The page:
Traffic was heavy. As they approached the Cannon Street Station, a truck suddenly pulled out of a side street, narrowly missing the cab. The young driver’s quick response averted a crash that might have killed all three of them.
“I’m sorry, sir. I don’t know where the bloke came from. Are you okay, ma’am?”
“Yes, I’m fine,” said Liz, regaining her composure. Her face was flushed.
Lee didn’t speak. He just looked at Liz. They both knew what had just happened, but they agreed that talking about it more at that very moment would do them no good.
The driver dropped them at the Tower tube station. He apologized again. Lee gave him a good tip, and he and Liz walked toward the entrance gate.
The Tower was clearly a fortress between two concentric circles of defensive walls and a moat. Even in the bright afternoon sunlight, it still looked foreboding.
“You know this place has ghosts. Anne Boleyn, who was finally beheaded by her loving husband Henry, has been seen walking around the White Tower carrying her head under her arm,” said Lee.
“Please, Lee, no bad jokes about a woman losing her head over a man,” said Liz, looking for signage. “So, where are we going?”
Lee was thumbing through the Authoritative Guide to London. “It says the museum is near the center of the complex.” They walked on toward the White Tower. The Museum of the Royal Regiment of Fusiliers, City of London Regiment, was in a building off the main courtyard.
“Is it time, Lee?”
“Almost. The caller said,” repeated Lee with a cadence, ‘Don’t be early and don’t be late.’” He paused. “You can wait out here.” “No way. I’m going with you. The whole place gives me a chill.” “Hey, you’re the one who insisted on coming.” They walked on.
“Relax,” said Lee. “The last execution was in 1601.”
“Are you forgetting the one a few minutes ago for which we were almost the guests of honor?”
Lee smiled. “Well, in that case, would you like to see the Crown Jewels before we leave?”
“I think I saw them this morning.”
Lee smiled again.
“There’s the entrance to the museum. The ticket clerk is supposed to tell me where the package is. Well, here goes nothing.”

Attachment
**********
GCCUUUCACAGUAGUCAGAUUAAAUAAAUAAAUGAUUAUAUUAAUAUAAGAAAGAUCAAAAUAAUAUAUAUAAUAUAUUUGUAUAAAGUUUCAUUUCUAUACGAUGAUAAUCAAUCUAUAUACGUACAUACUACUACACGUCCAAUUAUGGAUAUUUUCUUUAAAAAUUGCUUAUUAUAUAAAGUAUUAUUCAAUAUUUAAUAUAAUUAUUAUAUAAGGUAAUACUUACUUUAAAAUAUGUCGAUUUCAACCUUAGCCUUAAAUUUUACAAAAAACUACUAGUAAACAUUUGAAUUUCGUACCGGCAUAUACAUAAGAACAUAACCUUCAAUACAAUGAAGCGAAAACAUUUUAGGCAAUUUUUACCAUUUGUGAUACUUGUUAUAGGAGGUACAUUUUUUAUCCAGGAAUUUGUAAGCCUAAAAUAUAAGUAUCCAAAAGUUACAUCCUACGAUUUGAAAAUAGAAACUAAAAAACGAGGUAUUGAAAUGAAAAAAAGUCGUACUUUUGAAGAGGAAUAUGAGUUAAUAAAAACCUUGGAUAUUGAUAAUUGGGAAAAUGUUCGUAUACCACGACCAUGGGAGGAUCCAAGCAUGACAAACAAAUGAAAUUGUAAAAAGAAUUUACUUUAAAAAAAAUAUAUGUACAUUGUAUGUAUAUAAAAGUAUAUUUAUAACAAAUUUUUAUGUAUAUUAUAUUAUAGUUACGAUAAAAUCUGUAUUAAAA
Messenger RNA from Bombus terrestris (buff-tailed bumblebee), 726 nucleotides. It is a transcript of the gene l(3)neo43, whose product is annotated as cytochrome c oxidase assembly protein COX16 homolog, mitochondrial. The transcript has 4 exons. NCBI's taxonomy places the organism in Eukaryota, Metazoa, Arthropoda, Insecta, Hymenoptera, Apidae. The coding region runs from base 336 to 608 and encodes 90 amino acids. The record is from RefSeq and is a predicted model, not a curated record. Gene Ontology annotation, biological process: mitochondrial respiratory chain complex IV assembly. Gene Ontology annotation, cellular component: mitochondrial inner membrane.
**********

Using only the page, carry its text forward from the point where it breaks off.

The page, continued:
They walked past the sign apologizing for the lack of access for persons with a disability. Liz trailed behind Lee. Lee approached the ticket booth and placed a ten-pound note on the counter. The clerk slid the change and two tickets through the opening in the glass. Lee waited. The clerk said nothing. When Lee didn’t move, the clerk pointed to the tickets. Lee picked them up and waited. The clerk pointed at the tickets again. Lee looked at them again and back at the clerk. The clerk took the tickets out of Lee’s hand and turned them over. There was a handwritten note on the back of one of the tickets. Lee nodded. Lee was sure he would never have made it as a secret agent.
He turned to Liz. “Okay,” he said with a sigh, and they entered the museum. The note on the back of the ticket said, Under the right corner of the portrait of Field Marshal Sir Edward Blakeney.
“So, what do you want me to do?” whispered Liz.
“Just help me find this guy,” said Lee, as he started to scan the walls of the museum. “You know, I think someone doesn’t want us to pick this package up.”
“I think you’re right, Sherlock,” said Liz as she looked for a nameplate on one of the portraits. “Boy, this place is low tech. No cameras that I can see.”
“How about this one?” asked Liz?
“No, that’s Lord Dartmouth,” said Lee, looking at the Visitor’s Guide. There was no shortage of portraits of scenes of battle in the museum. But finally, on the back wall they found the right one. Sir Edward Blakeney, fourteenth Colonel of the Royal Fusiliers.
Even though the museum was now empty of visitors, Liz stood guard. “Doesn’t look like there’s any alarm wiring attached to the painting.” Lee felt for the package behind the portrait’s frame.
“Sour-looking fellow,” said Liz, staring at the portrait.
Lee nodded, but his attention was on the frame.
“Who could want to steal this guy?” groaned Liz.
“The damn thing must be awfully small,” said Lee as he ran his hand across the back of the portrait. “Hurry up, Lee. They’re going to close.”
“I’m hurrying . . . here, I think I’ve got something.” Lee pulled out a CD case and read the title, “Greatest Hits of Rock ‘n Roll, Volume I.” He put his hand behind the frame again and felt the right corner. “Nothing else.” Lee looked at Liz and shrugged. “I guess this is it.” He slipped the CD into his coat pocket. They tried not to look guilty, nodding and smiling at the ticket clerk as they left the museum.